8)  Setting A Dangerous Precedent:  If this large higher development is allowed in a residential area, it will also set a dangerous precedent and before long even more developers will want to do the same. How much more destructive impact on our residential areas is the Council going to allow, despite huge opposition from its residents?  It is very unfair, as we are all already trying to retain the residential areas we live in, despite the looming high rises of the "Regeneration"

9)  Likely Purchase of Land Opposite:  These same developers have already expressed an interest in purchasing St Joseph's,  the land opposite Heron house, with a view to building yet another higher rise block! We cannot just sit back and do nothing and allow the development of these buildings, as local people are being priced out of the area, which impacts on other areas of the Borough.

10)  Other Sites:  There are many brown-filled and derelict sites in Brent, where these part/commercial development can be situated and these should be used before encroaching onto our residential streets.

11) Impact on Infrastructure:  What provision has been made for the infrastructure needed to cope with the extra people? As this is a new development,  provision obviously was not made when creating the "Regeneration".

12) A Concrete Jungle:  I am trying not to be too pessimistic, but  these smaller high rise dense developments,  which are causing great concern amongst residents, could happen anywhere and before you know it the whole of Brent could  become a concrete jungle!  I wish I could say with certainty that this will not happen, but the speed with which  these smaller high rises are going up, makes me and my neighbours truly fearful. The lack of transparency when making these decisions is very worrying, as they have an adverse effect on all our lives.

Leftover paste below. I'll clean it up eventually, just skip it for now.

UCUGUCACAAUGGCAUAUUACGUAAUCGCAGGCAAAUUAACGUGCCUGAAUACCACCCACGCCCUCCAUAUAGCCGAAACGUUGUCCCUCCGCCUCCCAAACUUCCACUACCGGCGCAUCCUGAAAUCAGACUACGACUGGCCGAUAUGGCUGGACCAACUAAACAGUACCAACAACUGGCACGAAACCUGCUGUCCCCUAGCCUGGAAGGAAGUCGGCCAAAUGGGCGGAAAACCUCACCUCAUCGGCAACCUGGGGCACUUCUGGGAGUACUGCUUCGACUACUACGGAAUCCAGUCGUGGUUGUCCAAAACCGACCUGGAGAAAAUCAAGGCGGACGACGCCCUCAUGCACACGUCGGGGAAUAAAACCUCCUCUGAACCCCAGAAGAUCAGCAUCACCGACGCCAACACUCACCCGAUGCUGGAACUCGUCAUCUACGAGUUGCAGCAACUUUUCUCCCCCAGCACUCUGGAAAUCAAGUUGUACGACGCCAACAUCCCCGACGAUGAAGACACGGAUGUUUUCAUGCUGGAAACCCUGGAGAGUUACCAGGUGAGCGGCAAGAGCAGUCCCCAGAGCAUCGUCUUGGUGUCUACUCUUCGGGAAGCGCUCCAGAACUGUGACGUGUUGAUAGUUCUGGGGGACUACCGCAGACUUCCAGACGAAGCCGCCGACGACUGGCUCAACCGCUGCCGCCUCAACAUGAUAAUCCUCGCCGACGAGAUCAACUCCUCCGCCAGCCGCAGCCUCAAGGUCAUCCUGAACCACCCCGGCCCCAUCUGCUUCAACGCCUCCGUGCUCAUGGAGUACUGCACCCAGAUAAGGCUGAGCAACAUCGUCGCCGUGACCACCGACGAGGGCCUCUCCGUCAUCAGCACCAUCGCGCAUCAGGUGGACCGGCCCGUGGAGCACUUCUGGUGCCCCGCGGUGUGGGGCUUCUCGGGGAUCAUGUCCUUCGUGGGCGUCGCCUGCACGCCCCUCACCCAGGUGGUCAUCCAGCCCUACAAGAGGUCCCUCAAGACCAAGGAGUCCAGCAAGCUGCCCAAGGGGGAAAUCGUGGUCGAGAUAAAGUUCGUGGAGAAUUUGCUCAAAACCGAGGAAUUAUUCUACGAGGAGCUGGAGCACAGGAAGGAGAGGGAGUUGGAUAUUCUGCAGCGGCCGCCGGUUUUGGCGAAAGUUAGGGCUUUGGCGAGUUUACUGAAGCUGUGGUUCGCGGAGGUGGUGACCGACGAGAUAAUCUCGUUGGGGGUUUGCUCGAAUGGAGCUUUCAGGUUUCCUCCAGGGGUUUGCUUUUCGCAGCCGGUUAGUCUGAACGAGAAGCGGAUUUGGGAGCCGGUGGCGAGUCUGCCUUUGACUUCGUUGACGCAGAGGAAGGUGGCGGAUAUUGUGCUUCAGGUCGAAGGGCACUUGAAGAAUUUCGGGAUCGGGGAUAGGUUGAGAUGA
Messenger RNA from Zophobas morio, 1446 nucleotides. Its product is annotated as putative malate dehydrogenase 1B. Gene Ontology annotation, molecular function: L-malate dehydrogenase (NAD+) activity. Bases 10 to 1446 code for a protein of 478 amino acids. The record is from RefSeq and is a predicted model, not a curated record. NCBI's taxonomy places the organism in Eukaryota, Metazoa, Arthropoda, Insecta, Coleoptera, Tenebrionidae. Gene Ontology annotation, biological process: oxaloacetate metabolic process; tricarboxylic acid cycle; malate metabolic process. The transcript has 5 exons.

13) Love Where You Live:  On the one hand Brent Council is encouraging residents to "love where you live" and improve our environment and yet on the other forcing us to accept even more higher rise developments.  I know things have to change and progress, but do we have to loose our precious existing residential areas for even more high rises? Surely Brent Council should be aiming for both?

14) The Attitude of Developers: Developers everywhere are undermining and exploiting planning authorities, with planning performance agreements and other inducements.  They must be opposed and cannot continue to completely ignore the wishes of residents.

 15)  Historical Significance: High Street which runs along one side of the proposed development is of great historical significance, more so since there is little left of the old Wembley after the thatched cottage down the road was burnt down. High Street was the main street in Wembley 250 years ago and it is the only public way in Wembley which carries the name "street". As such, we ask the Council to give this due consideration and protect this area and not allow such a massive redevelopment to spoil the character of this quiet historic part of Wembley, , which is so much part of our low rise suburban area.

16)  Lower Level Affordable Housing: We of course appreciate that more houses are needed, so we propose and would be happy to support lower level affordable family accommodation perhaps some with small private gardens, as this is just the sort of dwelling which is in very short supply in the borough. The proposed plans for Heron House are excessive, damaging and totally inappropriate for the area and as such they should be rejected.

(Petition Organiser: Zerine Tata, Tokyington Ward, Email:

1 comment:

Philip Grant said...

According to the Brent Planning website for this application reference (16/4156), and the copy site notice posted in its documents section, the deadline date for objections is 9th November.

There are certainly a number of reasons why this proposed development should be objected to, and I am working on my own objection, which will be submitted to Brent's Planning Department well before 9th November.